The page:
I’d like to offer Country Parson’s Miracle Elixir guaranteed to open doors to a national conversation of a more adult nature.  I don’t have one.  Given the current administration, it seems unlikely anyone else does either.  Maybe the best we can do is to continue exchanges in small groups, by whatever means, where established mutual respect creates opportunity for mutual listening to take place.  




Friday, September 7, 2018

Notes from a Grumpy Country Parson

Now and then I write down interesting phrases picked up in the news or a magazine that, taken entirely out of context, lead me to reflect on them as inspiration for a column.  Two came to mind recently.  Attributed to the Notre Dame sociology department was the phrase, “moralistic therapeutic deism.”  The other was from a book review written byJason MIcheli in the August 29, 2018 issue of The Christian Century: “We are playing chaplain and cheerleader to people whose faith is being formed elsewhere, shaped by another who just might be the enemy.”  

What I think they add up to is pandering to those remaining in the pews, hoping they won’t leave.  Is that too harsh?  I don’t think so.  It’s pandering to the people in the pews so as not to upset them lest they reduce their tithes or leave.  It produces a kind of ministry ridiculed in the novels of Jane Austen.  If it doesn’t abandon the gospel altogether, it results in weak preaching of little consequence. I’m reminded of a popular preacher, now deceased, of whom it was said by his many admirers that he always left them laughing and feeling good about themselves.  It was “moralistic therapeutic deism” in the flesh.  Momentarily uplifted egos is not what the gospel is about, but that preacher packed the church.  In the face of declining church attendance, is that the answer?  Is playing chaplain and cheerleader what we need to do to keep those whose faith is being formed at work, over beers, or by media personalities?  

Of course not, except that a lot of professional advice comes close to it.  The antidote for decline is better marketing, so we’re told by church growth consultants abetted by hand wringing peddlers of anxiety over the dying church.  Better marketing is not a bad idea, especially considering how well Christianity has been highjacked by those who’ve crafted a civil religion cloaked in questionable theology and phony patriotism dotted with frequent use of Jesus’ name.  

The question is, what are we marketing?  Are we missional enough?  Are we outward or inward?  What’s the best strategy?  The early church launched out into a hostile Roman Empire with but one offering, the good news of God as revealed in Jesus Christ.  Was it was easier for them because everyone already believed in a god of some kind, but not many do these days?  I doubt it.  Was there any real difference between them and our own pantheon of gods who take the form of sports, reality television, consumerism, wealth, and such?  Not much.  So what did the evangelists do?  They proclaimed the gospel.  That’s it.  No marketing gurus.  No “moralistic therapeutic deism.”  No feel good chaplaincy.  They just kept telling people about Jesus.

Advice to my colleagues, who seldom ask for it, is don’t worry about whether the church is dying, just preach the gospel, and keep preaching it.  You are the one who is supposed to be promiscuously sowing the word, so just keep sowing because the seed will never run out.  But what next?  A little gardening is always in order, but don’t get consumed by it.  Just keep preaching the gospel.  

Will it grow the church?  You’re not in the church growth business.  You’re in the gospel preaching business.   Paul’s work in Corinth involved a lot of sewing and weeding with few results, but here we are two thousand years later still learning from what he had to say to those Corinthian miscreants.  The seed took root, just not in his time.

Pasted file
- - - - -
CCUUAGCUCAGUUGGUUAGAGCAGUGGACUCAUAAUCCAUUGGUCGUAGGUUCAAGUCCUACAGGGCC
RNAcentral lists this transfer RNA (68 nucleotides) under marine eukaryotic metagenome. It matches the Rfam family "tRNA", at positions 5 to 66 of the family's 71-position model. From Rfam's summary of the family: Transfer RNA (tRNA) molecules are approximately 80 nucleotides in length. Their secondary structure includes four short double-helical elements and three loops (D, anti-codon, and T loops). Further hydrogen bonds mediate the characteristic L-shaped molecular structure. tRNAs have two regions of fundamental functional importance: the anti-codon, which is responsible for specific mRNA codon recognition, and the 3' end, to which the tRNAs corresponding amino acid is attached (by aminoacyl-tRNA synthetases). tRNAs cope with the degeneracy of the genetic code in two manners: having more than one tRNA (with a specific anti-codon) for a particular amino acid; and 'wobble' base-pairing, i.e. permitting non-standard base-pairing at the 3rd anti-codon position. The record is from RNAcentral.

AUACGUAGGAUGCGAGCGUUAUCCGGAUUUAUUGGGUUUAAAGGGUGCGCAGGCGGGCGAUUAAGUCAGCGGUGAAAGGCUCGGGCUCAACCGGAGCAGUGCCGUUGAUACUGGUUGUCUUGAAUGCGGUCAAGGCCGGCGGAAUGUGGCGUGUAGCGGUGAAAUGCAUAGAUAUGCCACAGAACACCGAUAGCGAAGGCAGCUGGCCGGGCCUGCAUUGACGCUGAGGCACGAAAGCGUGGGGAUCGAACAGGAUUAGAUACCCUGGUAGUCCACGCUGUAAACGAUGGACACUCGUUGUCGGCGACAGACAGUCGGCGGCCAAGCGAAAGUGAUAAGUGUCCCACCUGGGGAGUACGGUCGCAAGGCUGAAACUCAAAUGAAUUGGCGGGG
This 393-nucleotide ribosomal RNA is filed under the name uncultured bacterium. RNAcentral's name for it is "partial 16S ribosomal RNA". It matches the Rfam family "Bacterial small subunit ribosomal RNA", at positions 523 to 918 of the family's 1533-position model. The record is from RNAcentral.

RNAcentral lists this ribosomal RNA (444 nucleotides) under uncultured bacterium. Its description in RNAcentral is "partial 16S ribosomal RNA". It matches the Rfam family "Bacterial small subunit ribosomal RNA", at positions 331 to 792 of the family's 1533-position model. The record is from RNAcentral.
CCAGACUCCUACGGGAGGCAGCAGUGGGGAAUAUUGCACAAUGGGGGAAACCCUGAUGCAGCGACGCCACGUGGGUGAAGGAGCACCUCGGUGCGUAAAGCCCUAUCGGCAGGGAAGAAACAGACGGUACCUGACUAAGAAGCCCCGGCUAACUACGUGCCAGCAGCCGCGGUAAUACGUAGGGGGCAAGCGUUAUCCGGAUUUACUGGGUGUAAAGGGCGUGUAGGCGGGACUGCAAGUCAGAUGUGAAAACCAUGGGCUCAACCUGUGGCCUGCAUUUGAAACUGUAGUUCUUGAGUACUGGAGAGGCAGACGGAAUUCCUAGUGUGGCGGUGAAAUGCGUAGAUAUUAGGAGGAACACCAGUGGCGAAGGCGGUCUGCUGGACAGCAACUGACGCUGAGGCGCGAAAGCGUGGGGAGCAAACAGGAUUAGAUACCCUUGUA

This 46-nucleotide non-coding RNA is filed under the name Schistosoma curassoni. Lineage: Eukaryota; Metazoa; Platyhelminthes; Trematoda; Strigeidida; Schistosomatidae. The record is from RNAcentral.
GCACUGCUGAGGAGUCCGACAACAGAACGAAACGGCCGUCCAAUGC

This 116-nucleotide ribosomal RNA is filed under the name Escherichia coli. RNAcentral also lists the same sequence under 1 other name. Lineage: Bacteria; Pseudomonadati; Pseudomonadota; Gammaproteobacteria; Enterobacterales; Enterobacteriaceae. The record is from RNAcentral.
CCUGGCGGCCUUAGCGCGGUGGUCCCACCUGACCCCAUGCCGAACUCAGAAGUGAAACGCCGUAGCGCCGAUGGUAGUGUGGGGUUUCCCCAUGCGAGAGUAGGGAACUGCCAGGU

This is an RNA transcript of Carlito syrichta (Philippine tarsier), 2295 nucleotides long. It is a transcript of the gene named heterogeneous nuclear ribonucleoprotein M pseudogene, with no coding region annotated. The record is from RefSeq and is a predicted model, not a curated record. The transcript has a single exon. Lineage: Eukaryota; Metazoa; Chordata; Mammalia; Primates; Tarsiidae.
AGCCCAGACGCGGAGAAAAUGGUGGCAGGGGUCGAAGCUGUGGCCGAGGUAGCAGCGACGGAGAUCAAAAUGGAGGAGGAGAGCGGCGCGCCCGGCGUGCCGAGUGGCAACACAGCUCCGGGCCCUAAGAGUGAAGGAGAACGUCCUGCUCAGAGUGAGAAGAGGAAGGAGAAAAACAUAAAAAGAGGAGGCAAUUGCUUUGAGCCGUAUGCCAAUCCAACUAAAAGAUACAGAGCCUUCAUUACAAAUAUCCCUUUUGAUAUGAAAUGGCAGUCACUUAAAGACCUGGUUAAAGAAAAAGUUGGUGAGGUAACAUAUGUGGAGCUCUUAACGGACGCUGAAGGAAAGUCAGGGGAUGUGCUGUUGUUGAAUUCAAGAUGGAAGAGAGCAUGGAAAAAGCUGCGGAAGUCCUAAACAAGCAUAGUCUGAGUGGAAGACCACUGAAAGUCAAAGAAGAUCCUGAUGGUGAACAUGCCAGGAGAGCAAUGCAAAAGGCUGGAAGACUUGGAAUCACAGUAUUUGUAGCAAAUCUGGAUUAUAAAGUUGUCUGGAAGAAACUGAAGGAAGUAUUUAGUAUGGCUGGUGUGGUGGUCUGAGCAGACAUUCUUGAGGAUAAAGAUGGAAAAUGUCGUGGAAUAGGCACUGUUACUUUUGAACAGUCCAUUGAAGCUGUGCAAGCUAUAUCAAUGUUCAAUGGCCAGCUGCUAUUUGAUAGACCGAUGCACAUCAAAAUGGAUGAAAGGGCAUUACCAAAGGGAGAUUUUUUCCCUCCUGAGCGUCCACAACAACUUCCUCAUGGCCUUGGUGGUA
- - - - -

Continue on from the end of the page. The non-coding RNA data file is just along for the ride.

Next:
We all count heads, but in talking about ordination vows with colleagues from other denominations, none of us could find anything about counting heads.  Although the words differed, there was one central theme: we are called to make Christ known, teach, serve and care for all, declare salvation, and share in the holy mysteries as each of our denominations understands them.

I’m not demeaning concern over declines in church attendance.  We’ve made mistakes along the way that need to be addressed, not to restore the past, but prepare for the future.  First, foremost and always, our job is to proclaim the gospel.  Do that, and don’t worry so much about the rest. 

Here endeth the rant.



Thursday, September 6, 2018

You Got A Soul. I Got A Soul. What’s a soul?

Jokes by the dozens have been told about looking in the bathroom mirror and not understanding who is looking back.  I look in the mirror and see a 75 year old man staring back at me with a look of disbelief.  The “me” that is alive and ever present in me is someone other than that image.  The “me” that is alive and ever present is also present with the me who is still a child, teen, and young adult.  That “me” is always learning new things, becoming a more mature “me,” but it’s not an old man me.  

I thought about that when visiting an elderly woman dying of terminal cancer.  She would begin talking about her life, then lapse into long silences broken by sighs.  Her eyes betrayed memories of all the “me” that was in her, in every age, with every joy and regret.  The frail body lying in the hospital bed contained all that was “me” in her, and it was very much alive.

That, perhaps, is what is meant by the soul.  It is the essential “me” that lives regardless of the body that carries it.  Which is not to say the body is unimportant.  Without embodiment things get pretty airy-fairy.  We Christians believe the embodied soul is essential to our wholeness, which is why St. Paul said, “…Someone will ask, How are the dead raised?…With the resurrection of the dead, what is sown in perishable, what is raised is imperishable.  …It is sown a physical body, it is raised a spiritual body.” (I Cor. 15)  Was Paul just guessing, or did he have special knowledge?  We’ll each find out by and by.  One thing we know he had was first hand experience with the risen Christ.  It gave him confidence that whatever befalls human beings in this life, there is more life to come, and it’s embodied.  


Be that as it may, I remain stuck with the odd looking apparition that stares back at me from the bathroom mirror, at least for now.  Might as well make the best of it.